With the ETF at $166.41, aggressive investors could sell the December $161 put that expires Dec. 10 for about $1.50.

After the Fed concludes its meeting, and the fog somewhat clears from the market, the position could be reset in reflection of the market’s changing dynamics, which are surreal enough to have inspired Salvador Dalí.

Originally Posted on December 2, 2021 – Investors Are Frightened. How to Use Their Fears to Profit.

Updated December 3, 2021 / Original December 2, 2021

Steven M. Sears is the president and chief operating officer of Options Solutions, a specialized asset-management firm. Neither he nor the firm has a position in the options or underlying securities mentioned in this column.

Disclosure: Interactive Brokers

Information posted on IBKR Traders’ Insight that is provided by third-parties and not by Interactive Brokers does NOT constitute a recommendation by Interactive Brokers that you should contract for the services of that third party. Third-party participants who contribute to IBKR Traders’ Insight are independent of Interactive Brokers and Interactive Brokers does not make any representations or warranties concerning the services offered, their past or future performance, or the accuracy of the information provided by the third party. Past performance is no guarantee of future results.

This material is from Barron's and is being posted with permission from Barron's. The views expressed in this material are solely those of the author and/or Barron's and IBKR is not endorsing or recommending any investment or trading discussed in the material. This material is not and should not be construed as an offer to sell or the solicitation of an offer to buy any security. To the extent that this material discusses general market activity, industry or sector trends or other broad based economic or political conditions, it should not be construed as research or investment advice. To the extent that it includes references to specific securities, commodities, currencies, or other instruments, those references do not constitute a recommendation to buy, sell or hold such security. This material does not and is not intended to take into account the particular financial conditions, investment objectives or requirements of individual customers. Before acting on this material, you should consider whether it is suitable for your particular circumstances and, as necessary, seek professional advice.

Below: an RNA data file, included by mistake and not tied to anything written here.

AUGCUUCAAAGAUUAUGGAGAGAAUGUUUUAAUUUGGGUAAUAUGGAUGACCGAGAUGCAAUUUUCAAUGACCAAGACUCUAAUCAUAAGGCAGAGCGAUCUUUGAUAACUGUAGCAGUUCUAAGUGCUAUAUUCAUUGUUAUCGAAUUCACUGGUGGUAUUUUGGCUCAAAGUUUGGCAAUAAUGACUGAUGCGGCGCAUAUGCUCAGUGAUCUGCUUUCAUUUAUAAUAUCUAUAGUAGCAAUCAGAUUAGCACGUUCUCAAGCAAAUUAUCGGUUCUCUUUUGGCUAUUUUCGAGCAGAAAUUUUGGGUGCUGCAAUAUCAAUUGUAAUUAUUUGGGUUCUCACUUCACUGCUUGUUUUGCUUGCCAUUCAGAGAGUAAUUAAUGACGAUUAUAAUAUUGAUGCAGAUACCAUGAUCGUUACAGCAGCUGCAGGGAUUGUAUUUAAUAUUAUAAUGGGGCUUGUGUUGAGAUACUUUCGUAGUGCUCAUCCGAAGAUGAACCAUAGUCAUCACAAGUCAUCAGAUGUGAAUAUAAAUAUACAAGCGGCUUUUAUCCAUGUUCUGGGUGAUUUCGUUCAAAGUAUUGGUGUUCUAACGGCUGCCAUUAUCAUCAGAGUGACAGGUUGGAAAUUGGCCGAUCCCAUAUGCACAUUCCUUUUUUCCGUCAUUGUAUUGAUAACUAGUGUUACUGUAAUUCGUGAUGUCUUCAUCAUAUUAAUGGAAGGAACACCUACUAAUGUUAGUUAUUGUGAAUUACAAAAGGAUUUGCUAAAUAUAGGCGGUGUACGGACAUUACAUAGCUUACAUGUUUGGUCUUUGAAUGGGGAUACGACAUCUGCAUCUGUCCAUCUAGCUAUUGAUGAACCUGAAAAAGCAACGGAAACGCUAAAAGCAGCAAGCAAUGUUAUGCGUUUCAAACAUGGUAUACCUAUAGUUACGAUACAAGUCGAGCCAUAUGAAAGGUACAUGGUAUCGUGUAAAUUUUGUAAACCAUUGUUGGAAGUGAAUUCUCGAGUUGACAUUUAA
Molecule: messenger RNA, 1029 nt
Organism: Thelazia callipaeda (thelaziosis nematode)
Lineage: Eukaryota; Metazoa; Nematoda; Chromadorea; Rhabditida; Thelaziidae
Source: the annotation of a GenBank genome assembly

In accordance with EU regulation: The statements in this document shall not be considered as an objective or independent explanation of the matters. Please note that this document (a) has not been prepared in accordance with legal requirements designed to promote the independence of investment research, and (b) is not subject to any prohibition on dealing ahead of the dissemination or publication of investment research.

Any trading symbols displayed are for illustrative purposes only and are not intended to portray recommendations.

Disclosure: Options Trading

Options involve risk and are not suitable for all investors. For more information read the Characteristics and Risks of Standardized Options, also known as the options disclosure document (ODD). To receive a copy of the ODD call 312-542-6901 or copy and paste this link into your browser:

http://www.optionsclearing.com/about/publications/character-risks.jsp

trading top